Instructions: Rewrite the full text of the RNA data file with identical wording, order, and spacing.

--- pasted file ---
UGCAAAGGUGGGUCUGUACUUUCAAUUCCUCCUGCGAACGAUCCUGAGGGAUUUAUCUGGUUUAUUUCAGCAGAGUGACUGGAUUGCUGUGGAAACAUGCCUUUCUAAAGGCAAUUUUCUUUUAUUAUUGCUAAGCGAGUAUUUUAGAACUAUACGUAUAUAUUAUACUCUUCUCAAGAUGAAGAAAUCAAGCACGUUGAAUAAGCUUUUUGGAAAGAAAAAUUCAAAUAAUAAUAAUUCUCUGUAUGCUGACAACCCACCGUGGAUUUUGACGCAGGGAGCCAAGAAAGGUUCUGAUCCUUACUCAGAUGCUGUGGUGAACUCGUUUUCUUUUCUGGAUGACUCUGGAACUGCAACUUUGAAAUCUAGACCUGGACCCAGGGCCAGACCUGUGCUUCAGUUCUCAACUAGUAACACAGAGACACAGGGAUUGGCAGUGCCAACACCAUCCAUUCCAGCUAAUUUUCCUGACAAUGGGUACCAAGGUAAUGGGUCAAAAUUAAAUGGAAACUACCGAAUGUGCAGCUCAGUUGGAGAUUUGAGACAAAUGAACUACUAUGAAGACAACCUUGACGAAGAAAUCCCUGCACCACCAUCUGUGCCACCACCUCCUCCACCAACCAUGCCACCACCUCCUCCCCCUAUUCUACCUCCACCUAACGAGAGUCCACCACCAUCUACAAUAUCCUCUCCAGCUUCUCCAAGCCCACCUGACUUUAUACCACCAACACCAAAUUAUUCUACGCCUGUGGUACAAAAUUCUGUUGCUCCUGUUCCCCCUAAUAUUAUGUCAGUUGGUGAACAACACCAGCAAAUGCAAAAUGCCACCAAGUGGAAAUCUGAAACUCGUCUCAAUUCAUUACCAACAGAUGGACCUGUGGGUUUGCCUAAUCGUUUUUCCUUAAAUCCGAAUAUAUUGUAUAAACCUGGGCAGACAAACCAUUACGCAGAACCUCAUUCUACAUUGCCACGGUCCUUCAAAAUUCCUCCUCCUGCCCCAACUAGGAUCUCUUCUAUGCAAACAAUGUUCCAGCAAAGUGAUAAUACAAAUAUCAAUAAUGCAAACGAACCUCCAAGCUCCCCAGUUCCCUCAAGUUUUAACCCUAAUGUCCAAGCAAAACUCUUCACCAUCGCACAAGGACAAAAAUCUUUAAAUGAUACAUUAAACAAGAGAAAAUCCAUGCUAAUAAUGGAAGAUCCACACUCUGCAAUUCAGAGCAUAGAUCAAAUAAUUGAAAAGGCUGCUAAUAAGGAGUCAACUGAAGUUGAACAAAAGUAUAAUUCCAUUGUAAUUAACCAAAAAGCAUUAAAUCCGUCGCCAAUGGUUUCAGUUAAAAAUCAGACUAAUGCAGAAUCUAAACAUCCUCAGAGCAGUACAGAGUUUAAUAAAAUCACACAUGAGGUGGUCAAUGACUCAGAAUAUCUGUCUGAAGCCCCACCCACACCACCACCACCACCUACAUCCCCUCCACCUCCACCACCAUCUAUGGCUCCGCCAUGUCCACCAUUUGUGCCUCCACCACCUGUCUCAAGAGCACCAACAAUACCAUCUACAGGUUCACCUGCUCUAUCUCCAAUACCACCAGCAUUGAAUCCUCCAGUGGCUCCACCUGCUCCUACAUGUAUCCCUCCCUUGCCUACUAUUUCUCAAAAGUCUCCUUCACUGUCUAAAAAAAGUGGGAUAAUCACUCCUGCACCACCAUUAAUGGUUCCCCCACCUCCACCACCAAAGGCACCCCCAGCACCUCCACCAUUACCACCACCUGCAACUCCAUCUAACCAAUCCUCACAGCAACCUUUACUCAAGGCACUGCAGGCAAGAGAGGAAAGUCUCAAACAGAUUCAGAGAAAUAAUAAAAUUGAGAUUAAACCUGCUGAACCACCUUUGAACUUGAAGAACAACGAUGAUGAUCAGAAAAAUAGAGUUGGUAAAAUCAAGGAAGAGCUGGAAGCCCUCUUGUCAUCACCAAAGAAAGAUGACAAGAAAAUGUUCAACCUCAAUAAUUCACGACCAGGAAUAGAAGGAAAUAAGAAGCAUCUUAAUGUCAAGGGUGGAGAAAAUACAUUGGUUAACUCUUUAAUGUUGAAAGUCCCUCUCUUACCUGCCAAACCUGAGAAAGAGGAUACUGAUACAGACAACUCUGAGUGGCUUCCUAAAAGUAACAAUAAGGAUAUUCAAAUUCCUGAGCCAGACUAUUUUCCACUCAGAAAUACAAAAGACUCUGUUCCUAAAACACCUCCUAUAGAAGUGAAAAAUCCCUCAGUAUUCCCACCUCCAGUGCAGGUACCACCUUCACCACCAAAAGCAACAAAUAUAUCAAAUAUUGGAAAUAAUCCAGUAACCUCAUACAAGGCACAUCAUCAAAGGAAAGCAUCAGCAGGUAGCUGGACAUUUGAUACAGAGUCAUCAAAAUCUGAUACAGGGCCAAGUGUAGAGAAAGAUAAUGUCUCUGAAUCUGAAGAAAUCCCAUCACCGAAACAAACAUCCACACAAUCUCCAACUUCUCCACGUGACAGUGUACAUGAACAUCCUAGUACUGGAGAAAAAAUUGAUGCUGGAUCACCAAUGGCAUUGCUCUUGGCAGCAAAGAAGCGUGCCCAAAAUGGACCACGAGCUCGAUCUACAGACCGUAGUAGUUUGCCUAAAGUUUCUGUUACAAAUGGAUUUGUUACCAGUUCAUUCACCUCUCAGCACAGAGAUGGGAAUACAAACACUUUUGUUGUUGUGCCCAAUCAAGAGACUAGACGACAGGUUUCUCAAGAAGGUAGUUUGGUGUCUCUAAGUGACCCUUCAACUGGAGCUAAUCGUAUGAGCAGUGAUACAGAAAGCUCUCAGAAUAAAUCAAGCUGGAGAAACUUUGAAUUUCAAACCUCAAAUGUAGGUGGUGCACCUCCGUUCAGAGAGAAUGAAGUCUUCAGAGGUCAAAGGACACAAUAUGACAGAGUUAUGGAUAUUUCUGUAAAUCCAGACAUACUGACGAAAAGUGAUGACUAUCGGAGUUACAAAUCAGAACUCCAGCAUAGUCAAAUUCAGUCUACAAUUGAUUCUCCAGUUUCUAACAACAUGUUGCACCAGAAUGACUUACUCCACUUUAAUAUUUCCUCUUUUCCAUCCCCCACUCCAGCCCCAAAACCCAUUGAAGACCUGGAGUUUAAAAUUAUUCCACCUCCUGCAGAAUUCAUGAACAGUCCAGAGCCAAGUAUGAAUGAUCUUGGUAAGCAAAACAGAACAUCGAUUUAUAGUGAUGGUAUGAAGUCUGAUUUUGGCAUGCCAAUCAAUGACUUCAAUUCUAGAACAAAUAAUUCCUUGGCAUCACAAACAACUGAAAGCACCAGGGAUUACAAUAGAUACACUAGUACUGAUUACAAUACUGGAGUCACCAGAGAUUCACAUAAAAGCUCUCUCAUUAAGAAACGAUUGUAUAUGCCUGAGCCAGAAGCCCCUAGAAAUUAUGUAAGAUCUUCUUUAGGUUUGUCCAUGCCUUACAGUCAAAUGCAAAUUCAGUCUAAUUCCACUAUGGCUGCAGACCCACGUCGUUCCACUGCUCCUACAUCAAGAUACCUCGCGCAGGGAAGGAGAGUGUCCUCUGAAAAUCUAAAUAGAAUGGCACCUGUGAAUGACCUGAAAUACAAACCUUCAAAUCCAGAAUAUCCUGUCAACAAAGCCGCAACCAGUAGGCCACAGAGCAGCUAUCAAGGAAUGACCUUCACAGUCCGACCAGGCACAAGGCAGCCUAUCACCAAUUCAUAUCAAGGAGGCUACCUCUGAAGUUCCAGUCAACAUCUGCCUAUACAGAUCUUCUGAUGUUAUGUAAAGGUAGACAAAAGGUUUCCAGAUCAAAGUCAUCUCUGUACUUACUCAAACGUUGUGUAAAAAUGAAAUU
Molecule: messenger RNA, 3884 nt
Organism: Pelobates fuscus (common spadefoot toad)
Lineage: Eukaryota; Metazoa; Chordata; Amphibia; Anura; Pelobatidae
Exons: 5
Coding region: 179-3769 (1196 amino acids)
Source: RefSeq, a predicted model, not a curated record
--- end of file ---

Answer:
UGCAAAGGUGGGUCUGUACUUUCAAUUCCUCCUGCGAACGAUCCUGAGGGAUUUAUCUGGUUUAUUUCAGCAGAGUGACUGGAUUGCUGUGGAAACAUGCCUUUCUAAAGGCAAUUUUCUUUUAUUAUUGCUAAGCGAGUAUUUUAGAACUAUACGUAUAUAUUAUACUCUUCUCAAGAUGAAGAAAUCAAGCACGUUGAAUAAGCUUUUUGGAAAGAAAAAUUCAAAUAAUAAUAAUUCUCUGUAUGCUGACAACCCACCGUGGAUUUUGACGCAGGGAGCCAAGAAAGGUUCUGAUCCUUACUCAGAUGCUGUGGUGAACUCGUUUUCUUUUCUGGAUGACUCUGGAACUGCAACUUUGAAAUCUAGACCUGGACCCAGGGCCAGACCUGUGCUUCAGUUCUCAACUAGUAACACAGAGACACAGGGAUUGGCAGUGCCAACACCAUCCAUUCCAGCUAAUUUUCCUGACAAUGGGUACCAAGGUAAUGGGUCAAAAUUAAAUGGAAACUACCGAAUGUGCAGCUCAGUUGGAGAUUUGAGACAAAUGAACUACUAUGAAGACAACCUUGACGAAGAAAUCCCUGCACCACCAUCUGUGCCACCACCUCCUCCACCAACCAUGCCACCACCUCCUCCCCCUAUUCUACCUCCACCUAACGAGAGUCCACCACCAUCUACAAUAUCCUCUCCAGCUUCUCCAAGCCCACCUGACUUUAUACCACCAACACCAAAUUAUUCUACGCCUGUGGUACAAAAUUCUGUUGCUCCUGUUCCCCCUAAUAUUAUGUCAGUUGGUGAACAACACCAGCAAAUGCAAAAUGCCACCAAGUGGAAAUCUGAAACUCGUCUCAAUUCAUUACCAACAGAUGGACCUGUGGGUUUGCCUAAUCGUUUUUCCUUAAAUCCGAAUAUAUUGUAUAAACCUGGGCAGACAAACCAUUACGCAGAACCUCAUUCUACAUUGCCACGGUCCUUCAAAAUUCCUCCUCCUGCCCCAACUAGGAUCUCUUCUAUGCAAACAAUGUUCCAGCAAAGUGAUAAUACAAAUAUCAAUAAUGCAAACGAACCUCCAAGCUCCCCAGUUCCCUCAAGUUUUAACCCUAAUGUCCAAGCAAAACUCUUCACCAUCGCACAAGGACAAAAAUCUUUAAAUGAUACAUUAAACAAGAGAAAAUCCAUGCUAAUAAUGGAAGAUCCACACUCUGCAAUUCAGAGCAUAGAUCAAAUAAUUGAAAAGGCUGCUAAUAAGGAGUCAACUGAAGUUGAACAAAAGUAUAAUUCCAUUGUAAUUAACCAAAAAGCAUUAAAUCCGUCGCCAAUGGUUUCAGUUAAAAAUCAGACUAAUGCAGAAUCUAAACAUCCUCAGAGCAGUACAGAGUUUAAUAAAAUCACACAUGAGGUGGUCAAUGACUCAGAAUAUCUGUCUGAAGCCCCACCCACACCACCACCACCACCUACAUCCCCUCCACCUCCACCACCAUCUAUGGCUCCGCCAUGUCCACCAUUUGUGCCUCCACCACCUGUCUCAAGAGCACCAACAAUACCAUCUACAGGUUCACCUGCUCUAUCUCCAAUACCACCAGCAUUGAAUCCUCCAGUGGCUCCACCUGCUCCUACAUGUAUCCCUCCCUUGCCUACUAUUUCUCAAAAGUCUCCUUCACUGUCUAAAAAAAGUGGGAUAAUCACUCCUGCACCACCAUUAAUGGUUCCCCCACCUCCACCACCAAAGGCACCCCCAGCACCUCCACCAUUACCACCACCUGCAACUCCAUCUAACCAAUCCUCACAGCAACCUUUACUCAAGGCACUGCAGGCAAGAGAGGAAAGUCUCAAACAGAUUCAGAGAAAUAAUAAAAUUGAGAUUAAACCUGCUGAACCACCUUUGAACUUGAAGAACAACGAUGAUGAUCAGAAAAAUAGAGUUGGUAAAAUCAAGGAAGAGCUGGAAGCCCUCUUGUCAUCACCAAAGAAAGAUGACAAGAAAAUGUUCAACCUCAAUAAUUCACGACCAGGAAUAGAAGGAAAUAAGAAGCAUCUUAAUGUCAAGGGUGGAGAAAAUACAUUGGUUAACUCUUUAAUGUUGAAAGUCCCUCUCUUACCUGCCAAACCUGAGAAAGAGGAUACUGAUACAGACAACUCUGAGUGGCUUCCUAAAAGUAACAAUAAGGAUAUUCAAAUUCCUGAGCCAGACUAUUUUCCACUCAGAAAUACAAAAGACUCUGUUCCUAAAACACCUCCUAUAGAAGUGAAAAAUCCCUCAGUAUUCCCACCUCCAGUGCAGGUACCACCUUCACCACCAAAAGCAACAAAUAUAUCAAAUAUUGGAAAUAAUCCAGUAACCUCAUACAAGGCACAUCAUCAAAGGAAAGCAUCAGCAGGUAGCUGGACAUUUGAUACAGAGUCAUCAAAAUCUGAUACAGGGCCAAGUGUAGAGAAAGAUAAUGUCUCUGAAUCUGAAGAAAUCCCAUCACCGAAACAAACAUCCACACAAUCUCCAACUUCUCCACGUGACAGUGUACAUGAACAUCCUAGUACUGGAGAAAAAAUUGAUGCUGGAUCACCAAUGGCAUUGCUCUUGGCAGCAAAGAAGCGUGCCCAAAAUGGACCACGAGCUCGAUCUACAGACCGUAGUAGUUUGCCUAAAGUUUCUGUUACAAAUGGAUUUGUUACCAGUUCAUUCACCUCUCAGCACAGAGAUGGGAAUACAAACACUUUUGUUGUUGUGCCCAAUCAAGAGACUAGACGACAGGUUUCUCAAGAAGGUAGUUUGGUGUCUCUAAGUGACCCUUCAACUGGAGCUAAUCGUAUGAGCAGUGAUACAGAAAGCUCUCAGAAUAAAUCAAGCUGGAGAAACUUUGAAUUUCAAACCUCAAAUGUAGGUGGUGCACCUCCGUUCAGAGAGAAUGAAGUCUUCAGAGGUCAAAGGACACAAUAUGACAGAGUUAUGGAUAUUUCUGUAAAUCCAGACAUACUGACGAAAAGUGAUGACUAUCGGAGUUACAAAUCAGAACUCCAGCAUAGUCAAAUUCAGUCUACAAUUGAUUCUCCAGUUUCUAACAACAUGUUGCACCAGAAUGACUUACUCCACUUUAAUAUUUCCUCUUUUCCAUCCCCCACUCCAGCCCCAAAACCCAUUGAAGACCUGGAGUUUAAAAUUAUUCCACCUCCUGCAGAAUUCAUGAACAGUCCAGAGCCAAGUAUGAAUGAUCUUGGUAAGCAAAACAGAACAUCGAUUUAUAGUGAUGGUAUGAAGUCUGAUUUUGGCAUGCCAAUCAAUGACUUCAAUUCUAGAACAAAUAAUUCCUUGGCAUCACAAACAACUGAAAGCACCAGGGAUUACAAUAGAUACACUAGUACUGAUUACAAUACUGGAGUCACCAGAGAUUCACAUAAAAGCUCUCUCAUUAAGAAACGAUUGUAUAUGCCUGAGCCAGAAGCCCCUAGAAAUUAUGUAAGAUCUUCUUUAGGUUUGUCCAUGCCUUACAGUCAAAUGCAAAUUCAGUCUAAUUCCACUAUGGCUGCAGACCCACGUCGUUCCACUGCUCCUACAUCAAGAUACCUCGCGCAGGGAAGGAGAGUGUCCUCUGAAAAUCUAAAUAGAAUGGCACCUGUGAAUGACCUGAAAUACAAACCUUCAAAUCCAGAAUAUCCUGUCAACAAAGCCGCAACCAGUAGGCCACAGAGCAGCUAUCAAGGAAUGACCUUCACAGUCCGACCAGGCACAAGGCAGCCUAUCACCAAUUCAUAUCAAGGAGGCUACCUCUGAAGUUCCAGUCAACAUCUGCCUAUACAGAUCUUCUGAUGUUAUGUAAAGGUAGACAAAAGGUUUCCAGAUCAAAGUCAUCUCUGUACUUACUCAAACGUUGUGUAAAAAUGAAAUU
Molecule: messenger RNA, 3884 nt
Organism: Pelobates fuscus (common spadefoot toad)
Lineage: Eukaryota; Metazoa; Chordata; Amphibia; Anura; Pelobatidae
Exons: 5
Coding region: 179-3769 (1196 amino acids)
Source: RefSeq, a predicted model, not a curated record